Texas Consumer Complaint Center can help solve your legal problems
Feb. 5, 2011 at midnight
Updated Feb. 4, 2011 at 8:05 p.m.
By Richard Alderman
I have a problem with a used-car dealer. When I purchased the car, he promised to make certain repairs. It has now been two months, and despite numerous phone calls he still has not done what he promised. It is not a lot of money, but I expect to receive what I paid for. How can I make him do what he promised?
Forcing a business to live up to its end of a bargain can be difficult. Of course, the first step is always to speak with the business and try to amicably resolve your problem. It sounds like you have already done that. As far as the law is concerned, the only legal remedy is a suit for damages. If the amount is under $10,000, you can file a claim in small claims court. There is, however, one additional avenue to consider - the Texas Consumer Complaint Center. The center, at the University of Houston Law Center, is staffed with lawyers and law students who may be able help you work out your problems. I suggest you contact the center and give them an opportunity to assist you. You can reach the center at www.texasccc.com, or, 1-877-839-8422.
My ex-boss used my car to conduct his business. He put about 7,000 miles on my car. He refuses to pay me for the mileage, stating we did not have an agreement. What are my legal rights?
To be entitled to any compensation you do need to show an agreement to reimburse you. It does not have to be a formal contract, but there does have to be an understanding. For example, if he said, "let me use your car and I'll pay you for mileage," that would be enough. On the other hand, if you simply let him borrow the car as a friend, and there was no discussion about reimbursement, you probably are not entitled to anything.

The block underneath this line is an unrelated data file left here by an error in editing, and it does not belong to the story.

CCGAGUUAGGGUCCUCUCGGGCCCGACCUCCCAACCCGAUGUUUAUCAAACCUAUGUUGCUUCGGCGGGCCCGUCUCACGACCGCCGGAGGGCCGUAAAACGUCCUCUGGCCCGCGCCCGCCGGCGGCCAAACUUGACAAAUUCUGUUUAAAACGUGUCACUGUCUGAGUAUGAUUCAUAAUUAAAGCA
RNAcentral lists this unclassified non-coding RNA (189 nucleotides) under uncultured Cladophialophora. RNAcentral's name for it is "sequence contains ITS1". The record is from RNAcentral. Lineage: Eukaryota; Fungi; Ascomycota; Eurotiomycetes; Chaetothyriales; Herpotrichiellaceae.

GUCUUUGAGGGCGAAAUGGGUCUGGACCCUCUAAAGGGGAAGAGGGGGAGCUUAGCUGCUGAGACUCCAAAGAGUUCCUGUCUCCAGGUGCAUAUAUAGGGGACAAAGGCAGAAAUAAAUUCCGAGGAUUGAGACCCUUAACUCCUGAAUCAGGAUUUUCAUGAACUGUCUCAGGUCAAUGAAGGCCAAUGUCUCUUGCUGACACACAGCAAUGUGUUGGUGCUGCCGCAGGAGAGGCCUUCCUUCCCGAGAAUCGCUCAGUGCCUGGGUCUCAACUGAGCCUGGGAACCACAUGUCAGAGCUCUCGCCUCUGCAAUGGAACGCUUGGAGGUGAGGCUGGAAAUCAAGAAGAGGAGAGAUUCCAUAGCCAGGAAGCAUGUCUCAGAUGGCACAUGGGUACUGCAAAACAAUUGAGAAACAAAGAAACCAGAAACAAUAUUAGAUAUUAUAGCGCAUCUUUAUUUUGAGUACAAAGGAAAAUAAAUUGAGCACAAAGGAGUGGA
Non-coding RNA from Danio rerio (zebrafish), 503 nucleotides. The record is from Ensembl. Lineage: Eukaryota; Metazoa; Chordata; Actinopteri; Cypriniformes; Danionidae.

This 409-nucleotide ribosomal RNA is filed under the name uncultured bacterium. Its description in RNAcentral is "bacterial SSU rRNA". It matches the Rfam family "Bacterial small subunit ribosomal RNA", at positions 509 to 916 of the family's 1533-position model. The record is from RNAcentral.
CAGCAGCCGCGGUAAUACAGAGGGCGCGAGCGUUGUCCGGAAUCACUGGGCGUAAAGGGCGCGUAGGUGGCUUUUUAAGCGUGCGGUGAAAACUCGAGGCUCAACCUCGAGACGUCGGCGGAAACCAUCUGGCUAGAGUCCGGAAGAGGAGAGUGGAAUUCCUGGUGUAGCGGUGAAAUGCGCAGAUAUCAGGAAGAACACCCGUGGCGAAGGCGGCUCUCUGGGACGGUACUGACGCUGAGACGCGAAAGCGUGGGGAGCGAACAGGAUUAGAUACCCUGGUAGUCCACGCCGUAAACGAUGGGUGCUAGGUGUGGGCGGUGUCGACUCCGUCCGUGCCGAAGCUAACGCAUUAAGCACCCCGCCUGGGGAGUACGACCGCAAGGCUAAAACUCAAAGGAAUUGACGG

You have written that I get up to three times my damages if someone violates the Texas Deceptive Trade Practices Act. Can I sue for these damages in small claims court?
The Texas Deceptive Trade Practices Act is our state's consumer protection law. Basically, this law protects you if you are misled or deceived. Under the Deceptive Trade Practices Act, you are entitled to recover your economic damage plus up to three times your damages if you show the person acted knowingly. This means that the person knew or should have known he was acting wrongfully. For example, if someone makes an innocent misrepresentation, you are not entitled to three times your damages. On the other hand, if the person knew or should have known that what he said was false or deceptive, the court could award additional damages in an amount up to three times your economic damages. Any court, including small claims court, may award what is usually referred to as treble damages. The bottom line - if you prove your case and show that the person acted knowingly, the justice in small claims court may award you treble damages.
Is an oral lease valid? My landlord says it is not. He now wants to raise my security deposit. Can I be evicted if I don't give him more money?
As a general rule, agreements dealing with real estate, including a lease, must be in writing to be enforceable. Under Texas law, however, a residential lease for a year or less does not have to be in writing to be valid. If you have an oral lease for a year or less it is as binding as a written one. You must prove the existence of the agreement and its terms, but your landlord doesn't seem to be denying the fact that you have an agreement. I suggest you remind the landlord of your agreement, and suggest he check the law before trying to evict you.
Richard Alderman, a consumer advocate popularly known as "the People's Lawyer," is a professor at the University of Houston Law School in Houston. His column appears weekly in the Victoria Advocate. Write to him at UH Law Center, Houston, Texas 77204-6391. He also maintains a Web page at www.peopleslawyer.net.